A Teacher Helps Student Selective Mutism in School

All too often, children experiencing Selective Mutism are evaluated and placed into special education programs in public schools. It is assumed by Special Education school staff that these children will fare better in classrooms containing fewer students and more individual attention. It is on rare occasion that a Selectively Mute student will benefit from a special education setting.

Unfortunately, the majority of children who have been placed in Special Education can be found in programs for the Emotionally Disturbed and/or the Speech/Language Impaired. Many professionals fail to recognize that Selective Mutism is not linked to anything else. Selective Mutism is not a Learning disability, Emotional disturbance, nor a Speech/Language impairment. A Selectively Mute student who displays any of these conditions would then have an additional and separate education need.

In most cases, placement into Special Education settings has been ineffective or damaging, particularly with the Emotionally Disturbed program. As public schools generally do not have much information on how to help these children, special education teachers are no more equipped to assist these students than the general education teachers.

Professionals need to understand that Selective Mutism, like Tourette syndrome or Attention Deficit Disorder, can be dealt with in General Education classrooms by implementing a behavioral management plan.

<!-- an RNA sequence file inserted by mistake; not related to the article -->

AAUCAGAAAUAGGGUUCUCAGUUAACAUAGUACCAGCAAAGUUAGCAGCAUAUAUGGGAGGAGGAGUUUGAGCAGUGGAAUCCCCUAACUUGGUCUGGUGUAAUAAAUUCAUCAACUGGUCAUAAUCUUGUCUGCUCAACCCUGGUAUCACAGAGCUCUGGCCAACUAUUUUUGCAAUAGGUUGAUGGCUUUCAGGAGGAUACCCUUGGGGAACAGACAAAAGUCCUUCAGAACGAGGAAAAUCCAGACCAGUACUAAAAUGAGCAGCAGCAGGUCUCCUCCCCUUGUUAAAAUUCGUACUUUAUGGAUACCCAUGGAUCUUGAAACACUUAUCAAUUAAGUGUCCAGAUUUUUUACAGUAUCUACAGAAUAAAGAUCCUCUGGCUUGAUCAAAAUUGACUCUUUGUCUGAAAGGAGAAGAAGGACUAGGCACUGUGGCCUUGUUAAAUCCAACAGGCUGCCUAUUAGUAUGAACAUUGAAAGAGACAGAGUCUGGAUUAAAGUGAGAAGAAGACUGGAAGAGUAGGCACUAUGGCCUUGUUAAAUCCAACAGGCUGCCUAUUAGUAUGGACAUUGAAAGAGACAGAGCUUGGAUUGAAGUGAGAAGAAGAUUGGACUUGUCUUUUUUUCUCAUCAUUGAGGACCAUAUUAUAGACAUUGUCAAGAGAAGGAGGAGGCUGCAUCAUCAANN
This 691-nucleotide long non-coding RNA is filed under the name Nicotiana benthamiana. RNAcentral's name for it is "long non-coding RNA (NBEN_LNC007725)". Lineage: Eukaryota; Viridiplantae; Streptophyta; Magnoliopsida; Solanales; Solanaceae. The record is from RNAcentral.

A word about parents’ rights regarding their child’s educational programs – If your child is referred for an initial evaluation for possible Special Education services in a public school, you have the right to refuse testing if you do not agree with the referral. You do not need to consent to the evaluation, and you can, by law, refuse and if need be request a fair hearing at no cost to you. If you do consent to an evaluation and disagree with the results, you may, at your cost have a private evaluation conducted and considered by the school district.

You should by law, be given a Parent Handbook and a copy of Procedural Safeguards, which explains Special Education procedures and programs, as well as parent /guardian rights.

If you consent to have your child evaluated and later disagree with the results or recommendations for Special Education placement the same rights apply.

If your child is already attending a Special Education program and you are not satisfied, it is your right to request a staff meeting at ANY time to discuss your concerns and or request a change in placement. Be sure that your concerns are documented. A reevaluation of your child will be necessary in order to change or decertify him/her from a Special Education Program.

As Special Education program funding is partially funded through Federal funds, school staff must abide by Federal Laws and regulations.

We have provided a list of a few agencies where you can obtain help/information regarding Special Education, funding, laws, regulations, etc. You may find these in our related links section.